Trash Talkin': The Trenton Cleanup As a Metaphor For Gummint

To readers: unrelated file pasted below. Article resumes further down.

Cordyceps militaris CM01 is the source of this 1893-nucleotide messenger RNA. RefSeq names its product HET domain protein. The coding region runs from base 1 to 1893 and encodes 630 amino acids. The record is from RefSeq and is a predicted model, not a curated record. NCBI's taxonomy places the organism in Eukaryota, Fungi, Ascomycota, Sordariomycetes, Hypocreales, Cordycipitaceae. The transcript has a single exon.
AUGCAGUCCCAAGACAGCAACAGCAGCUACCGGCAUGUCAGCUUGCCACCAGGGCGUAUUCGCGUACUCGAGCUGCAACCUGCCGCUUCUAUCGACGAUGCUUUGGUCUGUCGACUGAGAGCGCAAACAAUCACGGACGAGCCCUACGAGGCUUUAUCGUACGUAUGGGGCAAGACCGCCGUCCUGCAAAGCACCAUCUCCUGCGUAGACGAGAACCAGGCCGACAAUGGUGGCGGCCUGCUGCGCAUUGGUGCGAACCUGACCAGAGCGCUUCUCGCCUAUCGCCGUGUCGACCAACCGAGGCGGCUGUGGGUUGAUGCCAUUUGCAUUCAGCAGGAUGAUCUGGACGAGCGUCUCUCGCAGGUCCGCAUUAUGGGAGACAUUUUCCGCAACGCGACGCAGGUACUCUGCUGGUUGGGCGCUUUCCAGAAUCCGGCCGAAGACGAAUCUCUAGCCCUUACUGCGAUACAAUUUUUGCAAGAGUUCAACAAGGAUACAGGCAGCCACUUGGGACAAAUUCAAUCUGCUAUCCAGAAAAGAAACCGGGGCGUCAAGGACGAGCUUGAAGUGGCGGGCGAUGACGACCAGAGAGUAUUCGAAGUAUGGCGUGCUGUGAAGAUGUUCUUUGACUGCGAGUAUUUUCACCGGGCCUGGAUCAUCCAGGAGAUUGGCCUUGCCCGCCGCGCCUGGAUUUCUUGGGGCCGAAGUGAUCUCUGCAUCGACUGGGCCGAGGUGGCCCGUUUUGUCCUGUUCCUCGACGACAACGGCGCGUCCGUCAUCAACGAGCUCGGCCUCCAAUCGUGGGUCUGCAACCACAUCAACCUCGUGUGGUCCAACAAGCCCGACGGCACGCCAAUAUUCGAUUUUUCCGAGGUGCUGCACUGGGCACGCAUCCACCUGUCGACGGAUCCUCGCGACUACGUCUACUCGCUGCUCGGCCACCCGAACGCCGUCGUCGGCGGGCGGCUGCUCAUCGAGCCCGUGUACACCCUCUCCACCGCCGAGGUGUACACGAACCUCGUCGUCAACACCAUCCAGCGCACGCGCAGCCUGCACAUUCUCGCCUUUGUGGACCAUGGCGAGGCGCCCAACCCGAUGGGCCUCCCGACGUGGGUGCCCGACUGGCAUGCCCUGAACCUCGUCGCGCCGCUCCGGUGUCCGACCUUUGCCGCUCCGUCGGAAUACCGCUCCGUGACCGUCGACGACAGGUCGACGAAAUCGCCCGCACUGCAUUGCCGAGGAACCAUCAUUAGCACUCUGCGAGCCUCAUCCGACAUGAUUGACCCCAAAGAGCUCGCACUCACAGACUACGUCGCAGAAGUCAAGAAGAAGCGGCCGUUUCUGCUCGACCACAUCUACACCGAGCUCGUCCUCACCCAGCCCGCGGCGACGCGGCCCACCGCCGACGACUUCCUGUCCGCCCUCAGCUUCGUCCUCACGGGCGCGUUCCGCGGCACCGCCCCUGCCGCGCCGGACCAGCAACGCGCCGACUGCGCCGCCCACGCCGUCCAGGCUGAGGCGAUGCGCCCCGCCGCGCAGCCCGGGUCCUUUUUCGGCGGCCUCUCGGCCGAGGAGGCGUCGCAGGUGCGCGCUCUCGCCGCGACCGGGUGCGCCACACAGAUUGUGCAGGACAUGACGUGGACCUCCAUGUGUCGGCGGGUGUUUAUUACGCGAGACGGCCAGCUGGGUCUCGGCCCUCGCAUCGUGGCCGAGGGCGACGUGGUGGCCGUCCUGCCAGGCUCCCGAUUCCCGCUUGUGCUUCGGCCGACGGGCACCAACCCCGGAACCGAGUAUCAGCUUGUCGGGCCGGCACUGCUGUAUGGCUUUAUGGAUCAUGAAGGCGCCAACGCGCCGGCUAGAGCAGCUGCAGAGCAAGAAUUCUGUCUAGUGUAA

When I was a slip of a girl, 20-something and living in Atlanta, my boyfriend, Jerry, and I walked up Stone Mountain one Sunday, as in, like, a date. These days it would never occur to me to hike in anything but jeans or shorts but this was then and as I mentioned, like, a date, and I was wearing my favorite moon-and-star print skirt. For the last time! Because on top of the mountain, when we stretched out on a slab of granite to bask in the sun, I somehow lay on the zipper wrong and it broke. It was a back zipper with no button at the top, so the only way I could get down that mountain decently covered was for Jerry to walk beside me with his arm around my waist, ostensibly in affection but what he was really doing back there was holding the skirt up. Stone Mountain was a popular Sunday walk and as we proceeded down the granite slope crowds of people were doing the same. Directly in front of us, a redneck mama was walking with her fat child who was drinking Coke out of a Styrofoam cup. We weren’t close enough to hear their conversation but we watched as in dumbshow the child held the cup, now empty, inquiringly up to the mother, and in response the mother made a dismissive gesture with one hand: Toss it. This the child did, dropping the cup with its plastic lid to the ground so that in a step or two it was at our feet. Jerry, a fierce anti-litterer then as now, did not hesitate but scooped it up, tapped the mother on the shoulder and said, thrusting the discarded cup at her indignantly: “I believe you dropped this.” The woman did not take the cup, she instead gripped her child and beat a hasty retreat down the mountain, because when she turned around what did she see? An angry young man menacing her with a Coke cup and, behind him, a young woman standing there in her panties because when her, like, date picked up the litter, he had let go of her skirt. Fast-forward to this Saturday, when my husband, Jerry (Reader, I married him!), and I picked up garbage in Trenton’s citywide cleanup. For me, doing repetitious work like that always generates a million irrelevant thoughts: Did it ever strike you that Fred shouting “Wilma!” under the window during the introduction to The Flintstones was a parody of Stanley shouting “Stella!” under the window in “A Streetcar Named Desire”? That “tutti frutti” is not a made-up commercial name but Italian for “all fruits”? And of course I thought of the moon-and-star skirt story. But what also struck me was that the Trenton cleanup—like so much else in our pithy little microcosm here at the center of the universe— was a neat metaphor for a larger concept, in this case government. People throw garbage on the ground because in their natural animal state why should they do anything else? Can you imagine an amoeba blobbing around in a drop of water going to the trouble of swimming to the edge of the drop to let rip with whatever smaller blob constitutes amoeba poop? (Here, I confess, I wondered whether some amoebas would and others wouldn’t. I’ve noticed that just as much personality fits inside our nine pounds of cat as into our 70 pounds of dog. Why shouldn’t even smaller creatures also be unique individuals, so that some amoebas are neatniks and others slobs, some paramecia easygoing and friendly whereas others wave their cilia in rage at just about anything you say to them? But some thoughts are more irrelevant than others and we had better move on.) Climbing the evolutionary ladder now and looking at the human race, we find that letting waste lie where it falls suits some people just fine, even in their own houses. More commonly, though, people preserve a modicum of order at home but throw garbage no matter where in the spaces they share with other people. Why not? They don’t care about those others and they don’t care what the common space looks like. But get a lot of people living close together in larger groups, as in a town, and the garbage thrown in the common spaces by the careless starts getting in the way of, and on the nerves of, everybody else, so the obvious remedy is to designate someplace to dump garbage and make a rule that nobody can throw it anywhere else. That’s essentially what government is, institutions like dumps and rules like no littering, plus people to man the institutions and enforce the rules. People disagree how many rules governments should make, though, and what powers they should have to enforce them. Maybe the people who choke Dade County with garbage are expressing their defiance of a hated government. Or possibly they’re just inbred, I won’t argue the point. What I would like to posit, though, is that if we accept that littering’s a crime, perhaps we should assign some responsibility to businesses that promote it, such as the fast-food places that provide potential perps all those bags, cups and wrappers that end up by the side of the road. Perhaps they should be required to make their packaging rapidly biodegradable, or be assessed a fee to help clean up the mess. But make a rule like that and such a howl you will hear about big gummint and the absurdity of all these regulations. What’s next? Holding gun manufacturers responsible for human deaths just because they make a product designed to kill people? Not that I want to start arguing guns. I don’t have a big opinion on them except a dead certainty that if I carried one I’d use it to shoot litterers. Here is another story about Jerry and me and littering: Once, in Atlanta, we were stopped at a red light behind a pickup truck in the back of which sat a hulking black man with big tattooed arms. He was so tough, he was sitting there in the truck bed drinking beer out of a can right in front of the police station. When he had drunk the last drop, he raised his arm and, muscles rippling, tossed the beer can contemptuously to the pavement. Jerry leaned forward, incensed, and said, “Asshole!” in such an itty-bitty voice nobody heard him but me. And you know, none of those cops in the station did anything about the guy, either. The cops here also leave litterers alone. Reading through the criminal docket for this Superior Court term, I saw multiple arrests for marijuana, which is almost legal now, and not one for littering, which is a crime against humanity. That’s another way the cleanup is a metaphor for government, the absurdity of it. Like the Feds solving the mess insurance companies have made of health care by giving taxpayer money to the insurance companies, in Dade we don’t arrest litterers but get volunteers to spend Saturday mornings rolling around in the dirt cleaning up after them. But crazy as it is, what else have we got? Vigilantism doesn't work that well, as we have seen. Jerry took a slightly stronger stand against the fat little mama on Stone Mountain than he did the bruiser in the pickup truck, but she didn’t pick up her garbage, either, and really, the worst that he did to her was scare her with my panties.